International Sales: A Chance to Boost Biz

From the vantage point of Adam Briggs, a Godfrey Kahn attorney, it seems that every day there is a new Wisconsin company thinking about making its first sale to a customer overseas. The past five years have been the glory days for Wisconsin exporting, and despite the current economic environment (indeed, because of it), the ranks of exporting businesses in Wisconsin continues to expand.

Being part of it is not as daunting as you might think, but it does require a bit of homework from a legal compliance standpoint. Exporting companies have to be as concerned with U.S. trade laws as they are with foreign regulations, especially as international trade controls become more numerous and more complex and the penalties for a violation have been getting stiffer.

"Understanding these regulations is a critical part of success in the international market," said Briggs.

Those who dip their toes in the water will not be lonesome. Thanks to a 92% increase in exports since 2003, Wisconsin has become the nation's 18th largest exporting state. An estimated 6,011 companies export from Wisconsin locations, with small and medium-sized firms generating more than 23% of the state's total exports. While exports were down in the first quarter of 2009, Wisconsin generated $20.6 billion in export revenue last year (a 9.2% increase over 2007), led by industrial and electrical machinery, which accounted for 45% of exports.

Approximately $1.6 billion of state exports are generated from Dane County, with chemicals, machinery, computer and electrical equipment, and appliances and components leading the way. Dane County also is among the most productive agricultural counties in the state, consistently ranking in the top five for corn and soybean grain production, corn silage production, and total milk production.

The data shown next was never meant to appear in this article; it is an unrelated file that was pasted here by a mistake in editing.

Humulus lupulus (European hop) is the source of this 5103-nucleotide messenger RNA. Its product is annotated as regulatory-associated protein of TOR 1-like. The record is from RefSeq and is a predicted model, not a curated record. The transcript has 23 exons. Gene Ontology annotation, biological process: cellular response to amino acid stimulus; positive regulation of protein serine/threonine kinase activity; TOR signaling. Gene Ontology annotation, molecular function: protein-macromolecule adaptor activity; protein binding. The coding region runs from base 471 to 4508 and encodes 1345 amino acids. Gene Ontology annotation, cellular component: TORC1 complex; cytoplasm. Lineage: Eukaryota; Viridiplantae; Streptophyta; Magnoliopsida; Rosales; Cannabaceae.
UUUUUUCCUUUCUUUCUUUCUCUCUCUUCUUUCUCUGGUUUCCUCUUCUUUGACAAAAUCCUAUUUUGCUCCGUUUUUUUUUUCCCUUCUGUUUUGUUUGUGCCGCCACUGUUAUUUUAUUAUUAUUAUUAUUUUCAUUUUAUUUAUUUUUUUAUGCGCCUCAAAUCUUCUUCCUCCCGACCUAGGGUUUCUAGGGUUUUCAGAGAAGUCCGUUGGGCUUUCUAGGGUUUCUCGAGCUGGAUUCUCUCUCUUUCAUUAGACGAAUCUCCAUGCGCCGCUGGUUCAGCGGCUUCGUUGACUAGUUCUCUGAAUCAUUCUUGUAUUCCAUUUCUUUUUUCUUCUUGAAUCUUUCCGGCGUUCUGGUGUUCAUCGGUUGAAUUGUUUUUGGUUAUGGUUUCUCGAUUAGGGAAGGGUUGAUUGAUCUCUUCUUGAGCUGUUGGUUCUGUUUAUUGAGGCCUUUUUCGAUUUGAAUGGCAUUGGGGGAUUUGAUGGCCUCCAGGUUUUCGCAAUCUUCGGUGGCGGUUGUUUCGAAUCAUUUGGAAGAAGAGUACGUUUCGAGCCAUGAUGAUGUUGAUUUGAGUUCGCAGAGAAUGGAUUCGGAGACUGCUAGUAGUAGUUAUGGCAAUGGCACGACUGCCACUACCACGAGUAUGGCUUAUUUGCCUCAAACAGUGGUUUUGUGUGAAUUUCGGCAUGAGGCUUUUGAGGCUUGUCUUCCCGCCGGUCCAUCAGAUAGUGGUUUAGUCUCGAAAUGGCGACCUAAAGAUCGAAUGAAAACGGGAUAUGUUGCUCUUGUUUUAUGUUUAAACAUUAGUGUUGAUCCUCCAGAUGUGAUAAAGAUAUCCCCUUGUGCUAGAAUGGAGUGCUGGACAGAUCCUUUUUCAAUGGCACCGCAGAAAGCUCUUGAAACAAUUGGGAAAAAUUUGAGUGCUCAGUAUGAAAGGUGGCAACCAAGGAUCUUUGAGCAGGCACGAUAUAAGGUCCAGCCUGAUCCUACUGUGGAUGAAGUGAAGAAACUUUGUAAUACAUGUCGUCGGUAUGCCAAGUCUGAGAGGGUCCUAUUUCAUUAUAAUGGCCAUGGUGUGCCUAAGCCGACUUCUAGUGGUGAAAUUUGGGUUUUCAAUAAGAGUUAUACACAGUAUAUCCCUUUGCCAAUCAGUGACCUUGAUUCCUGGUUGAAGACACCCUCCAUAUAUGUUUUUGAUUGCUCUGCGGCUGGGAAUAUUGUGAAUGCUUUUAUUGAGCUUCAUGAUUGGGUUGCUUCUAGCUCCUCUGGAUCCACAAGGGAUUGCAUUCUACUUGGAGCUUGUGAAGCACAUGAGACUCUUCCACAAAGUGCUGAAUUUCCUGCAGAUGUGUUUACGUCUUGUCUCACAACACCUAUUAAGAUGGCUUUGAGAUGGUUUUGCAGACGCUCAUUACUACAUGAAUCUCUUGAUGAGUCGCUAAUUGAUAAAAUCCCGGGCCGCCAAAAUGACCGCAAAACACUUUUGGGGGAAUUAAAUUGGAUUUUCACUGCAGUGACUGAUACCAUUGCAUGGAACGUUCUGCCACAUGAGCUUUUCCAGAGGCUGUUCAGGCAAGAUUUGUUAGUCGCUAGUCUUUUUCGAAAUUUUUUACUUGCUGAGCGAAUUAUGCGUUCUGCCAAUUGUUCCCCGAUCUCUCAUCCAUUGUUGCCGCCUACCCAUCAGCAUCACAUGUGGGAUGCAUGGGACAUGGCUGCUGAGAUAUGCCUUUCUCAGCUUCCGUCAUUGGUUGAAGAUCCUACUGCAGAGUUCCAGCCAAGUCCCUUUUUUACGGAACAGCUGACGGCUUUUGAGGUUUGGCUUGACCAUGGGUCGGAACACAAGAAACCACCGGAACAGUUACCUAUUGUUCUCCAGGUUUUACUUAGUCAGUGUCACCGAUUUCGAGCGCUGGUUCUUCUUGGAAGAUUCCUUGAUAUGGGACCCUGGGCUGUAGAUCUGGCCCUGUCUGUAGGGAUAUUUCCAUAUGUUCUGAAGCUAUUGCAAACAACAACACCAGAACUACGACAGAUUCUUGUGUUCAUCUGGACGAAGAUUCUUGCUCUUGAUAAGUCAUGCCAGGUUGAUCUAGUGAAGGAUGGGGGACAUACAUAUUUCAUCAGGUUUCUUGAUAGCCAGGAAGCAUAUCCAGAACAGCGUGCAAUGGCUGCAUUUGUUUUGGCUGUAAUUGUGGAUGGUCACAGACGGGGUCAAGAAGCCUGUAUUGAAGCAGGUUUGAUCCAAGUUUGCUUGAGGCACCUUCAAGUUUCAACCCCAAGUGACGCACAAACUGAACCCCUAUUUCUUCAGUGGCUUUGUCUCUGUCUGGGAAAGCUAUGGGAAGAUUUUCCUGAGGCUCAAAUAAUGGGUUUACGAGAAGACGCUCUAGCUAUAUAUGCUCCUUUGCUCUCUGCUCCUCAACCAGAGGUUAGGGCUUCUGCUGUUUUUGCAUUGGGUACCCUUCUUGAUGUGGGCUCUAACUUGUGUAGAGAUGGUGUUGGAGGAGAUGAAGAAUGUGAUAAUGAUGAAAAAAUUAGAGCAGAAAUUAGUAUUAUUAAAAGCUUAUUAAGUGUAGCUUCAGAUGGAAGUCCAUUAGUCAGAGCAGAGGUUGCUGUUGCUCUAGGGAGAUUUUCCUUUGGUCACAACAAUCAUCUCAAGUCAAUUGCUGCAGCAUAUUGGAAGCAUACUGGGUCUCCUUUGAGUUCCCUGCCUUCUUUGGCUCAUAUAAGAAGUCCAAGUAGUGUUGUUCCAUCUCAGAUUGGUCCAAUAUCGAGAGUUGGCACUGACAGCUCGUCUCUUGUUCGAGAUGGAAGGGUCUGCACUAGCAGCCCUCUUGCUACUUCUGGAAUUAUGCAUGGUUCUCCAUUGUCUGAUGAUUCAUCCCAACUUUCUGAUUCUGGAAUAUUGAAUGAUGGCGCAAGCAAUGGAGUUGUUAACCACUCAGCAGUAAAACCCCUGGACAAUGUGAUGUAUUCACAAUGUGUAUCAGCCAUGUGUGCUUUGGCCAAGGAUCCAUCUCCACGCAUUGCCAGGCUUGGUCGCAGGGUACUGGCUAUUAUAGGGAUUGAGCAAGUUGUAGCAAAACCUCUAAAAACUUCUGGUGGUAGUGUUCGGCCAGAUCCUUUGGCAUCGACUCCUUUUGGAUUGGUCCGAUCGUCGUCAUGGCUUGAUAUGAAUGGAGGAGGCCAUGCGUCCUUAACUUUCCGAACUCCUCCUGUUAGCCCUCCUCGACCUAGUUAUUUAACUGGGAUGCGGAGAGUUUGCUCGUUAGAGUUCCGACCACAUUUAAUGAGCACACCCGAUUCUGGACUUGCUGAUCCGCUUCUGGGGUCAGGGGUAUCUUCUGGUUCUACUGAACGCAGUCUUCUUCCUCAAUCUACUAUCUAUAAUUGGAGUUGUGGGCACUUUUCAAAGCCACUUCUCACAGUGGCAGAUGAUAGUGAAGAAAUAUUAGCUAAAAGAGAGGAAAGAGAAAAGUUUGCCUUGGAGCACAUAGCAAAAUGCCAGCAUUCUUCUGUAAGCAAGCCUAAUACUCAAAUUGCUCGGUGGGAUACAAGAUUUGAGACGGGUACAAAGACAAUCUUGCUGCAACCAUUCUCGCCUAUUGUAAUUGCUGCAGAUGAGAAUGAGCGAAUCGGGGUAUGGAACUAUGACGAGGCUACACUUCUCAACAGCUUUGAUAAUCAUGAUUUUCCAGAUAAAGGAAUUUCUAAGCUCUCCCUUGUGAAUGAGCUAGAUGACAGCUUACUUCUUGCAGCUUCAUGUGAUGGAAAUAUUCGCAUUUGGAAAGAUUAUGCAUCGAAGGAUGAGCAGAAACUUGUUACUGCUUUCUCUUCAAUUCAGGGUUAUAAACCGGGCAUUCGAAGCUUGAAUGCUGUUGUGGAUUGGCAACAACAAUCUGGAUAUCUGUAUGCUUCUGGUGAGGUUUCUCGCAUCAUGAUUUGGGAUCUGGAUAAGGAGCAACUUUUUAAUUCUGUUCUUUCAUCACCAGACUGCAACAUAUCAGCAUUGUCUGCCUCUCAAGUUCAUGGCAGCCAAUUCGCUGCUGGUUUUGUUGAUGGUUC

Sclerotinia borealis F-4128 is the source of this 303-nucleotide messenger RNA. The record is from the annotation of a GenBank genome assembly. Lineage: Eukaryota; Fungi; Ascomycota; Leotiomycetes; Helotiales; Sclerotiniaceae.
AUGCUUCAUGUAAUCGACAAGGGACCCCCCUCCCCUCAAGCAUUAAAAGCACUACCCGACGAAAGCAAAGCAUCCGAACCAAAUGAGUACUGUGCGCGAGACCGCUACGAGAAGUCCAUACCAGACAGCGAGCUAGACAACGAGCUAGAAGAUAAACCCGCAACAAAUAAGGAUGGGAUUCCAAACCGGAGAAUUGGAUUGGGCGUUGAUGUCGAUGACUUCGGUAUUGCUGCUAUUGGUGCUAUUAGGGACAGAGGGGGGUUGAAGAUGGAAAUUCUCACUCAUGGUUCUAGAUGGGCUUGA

The reason to export comes down to basic market economics, as 95% of the world's consumers live outside of the United States. Exporting products enables companies to diversify their portfolios and weather downturns in the domestic economy, and such companies also have higher growth rates in employment, output, and productivity, and lower failure rates.

"The number one [trade] opportunity for smaller companies is to have incremental and additional sales to a wider audience of nonWisconsin or non-U.S. customers," said Ken Wasylik, president of the Madison International Trade Association (MITA). "Initially, they can do it very effectively if they keep it narrow and simple and go after those opportunities on a very opportunistic basis."

Trade Agents

When it comes to testing international markets, the first step is to identify the requirements imposed by the U.S. on exports (both general and particular to your product). Step two is to identify the import requirements imposed by your target country, and the final step is to obtain the appropriate certificates.

There are three federal agencies that impact trade. The first is the Office of Foreign Asset Control (OFAC), an agency under the Department of Treasury. Since an overseas purchaser can be a government entity, a business, or an individual, OFAC's role is not specifically to restrict the export of products but to enforce government sanctions against restricted parties or countries. The U.S. restricts trade to several nations, particularly "rogue states" like Cuba, North Korea, and Iran, and to businesses or entities that are associated with terrorism, nuclear proliferation, and illegal drug trade.